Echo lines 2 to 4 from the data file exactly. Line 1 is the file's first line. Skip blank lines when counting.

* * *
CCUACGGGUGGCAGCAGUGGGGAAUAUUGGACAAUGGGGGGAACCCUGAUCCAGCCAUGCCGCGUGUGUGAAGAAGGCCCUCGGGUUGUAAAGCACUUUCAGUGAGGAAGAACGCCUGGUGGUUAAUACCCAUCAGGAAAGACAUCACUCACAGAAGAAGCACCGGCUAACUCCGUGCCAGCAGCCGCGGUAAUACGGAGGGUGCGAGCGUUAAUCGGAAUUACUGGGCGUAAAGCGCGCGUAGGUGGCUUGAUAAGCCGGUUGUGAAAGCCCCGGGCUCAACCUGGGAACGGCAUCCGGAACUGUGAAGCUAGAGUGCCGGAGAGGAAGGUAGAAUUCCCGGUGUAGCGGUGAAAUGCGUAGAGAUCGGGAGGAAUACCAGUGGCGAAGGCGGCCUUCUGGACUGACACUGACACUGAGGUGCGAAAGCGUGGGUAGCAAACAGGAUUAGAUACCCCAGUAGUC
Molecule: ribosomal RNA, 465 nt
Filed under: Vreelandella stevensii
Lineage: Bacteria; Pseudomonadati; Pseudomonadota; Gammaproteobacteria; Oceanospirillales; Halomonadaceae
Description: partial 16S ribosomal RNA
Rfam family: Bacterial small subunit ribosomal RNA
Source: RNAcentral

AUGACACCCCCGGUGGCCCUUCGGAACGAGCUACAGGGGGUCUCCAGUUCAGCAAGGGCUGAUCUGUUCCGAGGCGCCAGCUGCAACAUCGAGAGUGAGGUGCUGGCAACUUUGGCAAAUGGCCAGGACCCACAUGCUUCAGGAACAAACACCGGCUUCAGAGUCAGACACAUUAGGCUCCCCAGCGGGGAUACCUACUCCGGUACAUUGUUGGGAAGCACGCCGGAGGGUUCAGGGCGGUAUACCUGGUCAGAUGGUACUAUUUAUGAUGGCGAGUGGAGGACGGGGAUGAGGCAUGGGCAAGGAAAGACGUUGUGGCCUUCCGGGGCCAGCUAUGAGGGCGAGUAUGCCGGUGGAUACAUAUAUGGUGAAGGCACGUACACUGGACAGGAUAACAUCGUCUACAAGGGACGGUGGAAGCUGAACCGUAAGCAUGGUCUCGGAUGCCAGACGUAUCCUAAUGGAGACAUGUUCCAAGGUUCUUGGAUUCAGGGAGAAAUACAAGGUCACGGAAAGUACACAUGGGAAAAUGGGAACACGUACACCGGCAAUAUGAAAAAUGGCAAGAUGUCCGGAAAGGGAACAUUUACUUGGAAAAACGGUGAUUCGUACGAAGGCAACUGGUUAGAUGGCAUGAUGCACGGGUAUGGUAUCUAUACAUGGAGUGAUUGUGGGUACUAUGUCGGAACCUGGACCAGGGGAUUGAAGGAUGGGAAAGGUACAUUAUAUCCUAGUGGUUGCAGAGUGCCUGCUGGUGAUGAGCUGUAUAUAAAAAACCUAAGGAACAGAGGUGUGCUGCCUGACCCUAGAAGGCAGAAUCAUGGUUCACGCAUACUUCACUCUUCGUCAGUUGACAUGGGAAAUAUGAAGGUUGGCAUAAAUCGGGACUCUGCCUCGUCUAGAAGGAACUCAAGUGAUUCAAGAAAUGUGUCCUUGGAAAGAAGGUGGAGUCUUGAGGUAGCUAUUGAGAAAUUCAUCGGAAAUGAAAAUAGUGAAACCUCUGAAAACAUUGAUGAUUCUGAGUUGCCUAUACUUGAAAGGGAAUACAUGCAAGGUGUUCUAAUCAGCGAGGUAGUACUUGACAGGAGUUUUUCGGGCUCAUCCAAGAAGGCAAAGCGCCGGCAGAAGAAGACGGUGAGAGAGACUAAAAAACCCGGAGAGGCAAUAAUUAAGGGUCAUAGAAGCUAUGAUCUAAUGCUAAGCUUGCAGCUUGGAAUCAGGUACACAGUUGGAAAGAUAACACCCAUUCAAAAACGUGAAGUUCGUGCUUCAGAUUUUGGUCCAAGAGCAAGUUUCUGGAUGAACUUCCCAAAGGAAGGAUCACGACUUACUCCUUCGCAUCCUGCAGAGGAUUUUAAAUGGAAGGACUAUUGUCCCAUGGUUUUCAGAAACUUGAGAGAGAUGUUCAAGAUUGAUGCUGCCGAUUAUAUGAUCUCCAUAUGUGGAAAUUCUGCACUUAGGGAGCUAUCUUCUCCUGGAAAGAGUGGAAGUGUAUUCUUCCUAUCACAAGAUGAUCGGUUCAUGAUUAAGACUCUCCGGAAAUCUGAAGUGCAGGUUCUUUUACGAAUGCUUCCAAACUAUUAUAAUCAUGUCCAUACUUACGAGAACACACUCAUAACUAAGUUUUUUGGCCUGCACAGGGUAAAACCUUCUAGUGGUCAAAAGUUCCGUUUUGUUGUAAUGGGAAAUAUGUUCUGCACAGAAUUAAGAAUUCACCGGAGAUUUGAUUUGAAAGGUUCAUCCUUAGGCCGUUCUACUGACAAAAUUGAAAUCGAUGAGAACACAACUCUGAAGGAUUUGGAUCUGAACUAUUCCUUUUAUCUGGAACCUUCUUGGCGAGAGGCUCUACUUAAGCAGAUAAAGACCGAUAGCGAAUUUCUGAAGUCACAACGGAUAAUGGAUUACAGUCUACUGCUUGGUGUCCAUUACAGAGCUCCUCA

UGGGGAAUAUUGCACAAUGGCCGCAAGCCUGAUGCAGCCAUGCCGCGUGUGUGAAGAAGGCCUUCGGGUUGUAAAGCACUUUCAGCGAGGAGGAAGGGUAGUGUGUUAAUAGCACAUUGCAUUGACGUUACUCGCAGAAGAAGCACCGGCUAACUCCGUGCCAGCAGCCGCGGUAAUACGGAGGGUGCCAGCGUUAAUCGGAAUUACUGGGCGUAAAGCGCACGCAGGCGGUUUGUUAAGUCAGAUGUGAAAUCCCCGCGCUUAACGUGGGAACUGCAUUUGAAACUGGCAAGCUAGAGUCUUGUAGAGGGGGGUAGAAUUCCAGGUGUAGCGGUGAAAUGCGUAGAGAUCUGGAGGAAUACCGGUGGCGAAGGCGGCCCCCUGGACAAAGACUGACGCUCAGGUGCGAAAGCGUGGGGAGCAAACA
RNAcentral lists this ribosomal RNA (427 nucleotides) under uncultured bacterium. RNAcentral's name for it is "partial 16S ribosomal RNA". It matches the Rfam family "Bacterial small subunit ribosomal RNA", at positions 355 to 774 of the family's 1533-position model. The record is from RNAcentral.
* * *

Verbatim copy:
Molecule: ribosomal RNA, 465 nt
Filed under: Vreelandella stevensii
Lineage: Bacteria; Pseudomonadati; Pseudomonadota; Gammaproteobacteria; Oceanospirillales; Halomonadaceae